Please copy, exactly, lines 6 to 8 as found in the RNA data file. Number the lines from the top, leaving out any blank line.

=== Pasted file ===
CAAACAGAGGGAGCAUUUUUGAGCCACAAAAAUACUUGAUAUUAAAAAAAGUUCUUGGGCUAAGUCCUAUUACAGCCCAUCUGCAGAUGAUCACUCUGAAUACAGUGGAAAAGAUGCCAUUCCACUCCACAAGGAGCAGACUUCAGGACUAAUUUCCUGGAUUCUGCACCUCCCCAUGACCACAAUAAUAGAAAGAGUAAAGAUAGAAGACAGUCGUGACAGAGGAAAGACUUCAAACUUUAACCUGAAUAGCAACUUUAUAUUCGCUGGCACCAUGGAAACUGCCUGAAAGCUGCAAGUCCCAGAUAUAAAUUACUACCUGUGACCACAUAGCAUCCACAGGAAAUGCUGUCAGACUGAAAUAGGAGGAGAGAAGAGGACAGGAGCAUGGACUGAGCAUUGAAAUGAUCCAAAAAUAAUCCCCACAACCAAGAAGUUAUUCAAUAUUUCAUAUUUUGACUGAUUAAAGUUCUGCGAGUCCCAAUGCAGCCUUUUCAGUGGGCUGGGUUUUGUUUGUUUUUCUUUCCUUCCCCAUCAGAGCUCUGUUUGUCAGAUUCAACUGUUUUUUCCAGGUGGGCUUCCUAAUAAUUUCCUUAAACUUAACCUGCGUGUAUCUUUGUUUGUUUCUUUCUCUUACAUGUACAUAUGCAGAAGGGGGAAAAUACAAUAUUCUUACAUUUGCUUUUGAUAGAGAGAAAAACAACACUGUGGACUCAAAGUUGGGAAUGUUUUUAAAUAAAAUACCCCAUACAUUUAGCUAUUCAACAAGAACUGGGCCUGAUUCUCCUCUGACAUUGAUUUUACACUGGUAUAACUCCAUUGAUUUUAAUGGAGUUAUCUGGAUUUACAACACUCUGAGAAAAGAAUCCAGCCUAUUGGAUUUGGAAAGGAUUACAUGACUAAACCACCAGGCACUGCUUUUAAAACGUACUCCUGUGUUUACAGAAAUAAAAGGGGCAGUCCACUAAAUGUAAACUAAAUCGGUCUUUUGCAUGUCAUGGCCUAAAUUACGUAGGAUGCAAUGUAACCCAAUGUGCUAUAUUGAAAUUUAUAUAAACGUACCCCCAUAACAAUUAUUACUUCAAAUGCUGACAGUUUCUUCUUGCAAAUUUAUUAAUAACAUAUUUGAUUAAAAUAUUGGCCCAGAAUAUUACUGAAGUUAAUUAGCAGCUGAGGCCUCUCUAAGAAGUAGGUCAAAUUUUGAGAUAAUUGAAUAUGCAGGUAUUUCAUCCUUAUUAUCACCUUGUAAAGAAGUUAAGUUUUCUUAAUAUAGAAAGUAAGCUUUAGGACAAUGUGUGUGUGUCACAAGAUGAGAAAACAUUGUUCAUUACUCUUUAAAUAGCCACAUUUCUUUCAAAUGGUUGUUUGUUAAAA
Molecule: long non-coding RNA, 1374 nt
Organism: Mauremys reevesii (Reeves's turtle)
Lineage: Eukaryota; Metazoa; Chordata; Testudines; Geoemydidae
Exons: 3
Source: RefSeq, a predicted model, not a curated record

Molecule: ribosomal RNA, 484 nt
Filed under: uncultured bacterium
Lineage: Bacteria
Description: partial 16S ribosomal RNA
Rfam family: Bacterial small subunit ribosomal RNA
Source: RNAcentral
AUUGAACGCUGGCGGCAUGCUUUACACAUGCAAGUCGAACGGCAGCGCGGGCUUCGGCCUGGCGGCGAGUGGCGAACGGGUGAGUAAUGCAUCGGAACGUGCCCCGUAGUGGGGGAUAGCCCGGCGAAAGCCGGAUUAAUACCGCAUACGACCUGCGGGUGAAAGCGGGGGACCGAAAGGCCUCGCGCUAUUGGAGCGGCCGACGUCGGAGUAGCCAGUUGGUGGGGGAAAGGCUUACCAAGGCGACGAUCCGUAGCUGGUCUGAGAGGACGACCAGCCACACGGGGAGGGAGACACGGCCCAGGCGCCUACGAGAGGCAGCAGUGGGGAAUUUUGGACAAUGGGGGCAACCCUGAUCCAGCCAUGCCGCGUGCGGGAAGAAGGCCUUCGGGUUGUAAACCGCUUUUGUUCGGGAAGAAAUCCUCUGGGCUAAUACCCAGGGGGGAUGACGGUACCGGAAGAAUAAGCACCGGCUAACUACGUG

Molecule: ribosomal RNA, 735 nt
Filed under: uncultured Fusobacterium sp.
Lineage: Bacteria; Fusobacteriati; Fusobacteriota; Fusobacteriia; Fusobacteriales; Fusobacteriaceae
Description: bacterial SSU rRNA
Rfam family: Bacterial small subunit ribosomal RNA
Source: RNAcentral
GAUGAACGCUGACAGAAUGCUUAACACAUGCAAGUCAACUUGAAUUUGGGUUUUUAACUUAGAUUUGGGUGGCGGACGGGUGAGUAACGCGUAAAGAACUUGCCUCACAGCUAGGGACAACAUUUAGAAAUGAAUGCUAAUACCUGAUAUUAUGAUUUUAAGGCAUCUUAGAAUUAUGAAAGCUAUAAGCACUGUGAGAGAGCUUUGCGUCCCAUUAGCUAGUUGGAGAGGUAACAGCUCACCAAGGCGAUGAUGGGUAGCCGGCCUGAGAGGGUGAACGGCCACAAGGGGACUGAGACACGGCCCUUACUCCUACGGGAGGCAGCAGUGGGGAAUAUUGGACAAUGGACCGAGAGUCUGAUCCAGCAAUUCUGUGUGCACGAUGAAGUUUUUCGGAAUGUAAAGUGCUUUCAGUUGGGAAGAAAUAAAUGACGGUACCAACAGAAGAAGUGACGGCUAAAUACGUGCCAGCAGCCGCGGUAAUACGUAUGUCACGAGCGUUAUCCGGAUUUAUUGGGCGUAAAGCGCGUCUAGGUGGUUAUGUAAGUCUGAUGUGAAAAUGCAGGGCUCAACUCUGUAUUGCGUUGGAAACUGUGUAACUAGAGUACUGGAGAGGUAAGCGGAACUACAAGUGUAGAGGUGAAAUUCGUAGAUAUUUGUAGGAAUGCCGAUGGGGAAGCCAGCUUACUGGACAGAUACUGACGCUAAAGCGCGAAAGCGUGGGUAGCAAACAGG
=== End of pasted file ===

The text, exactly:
Source: RefSeq, a predicted model, not a curated record

Molecule: ribosomal RNA, 484 nt
Filed under: uncultured bacterium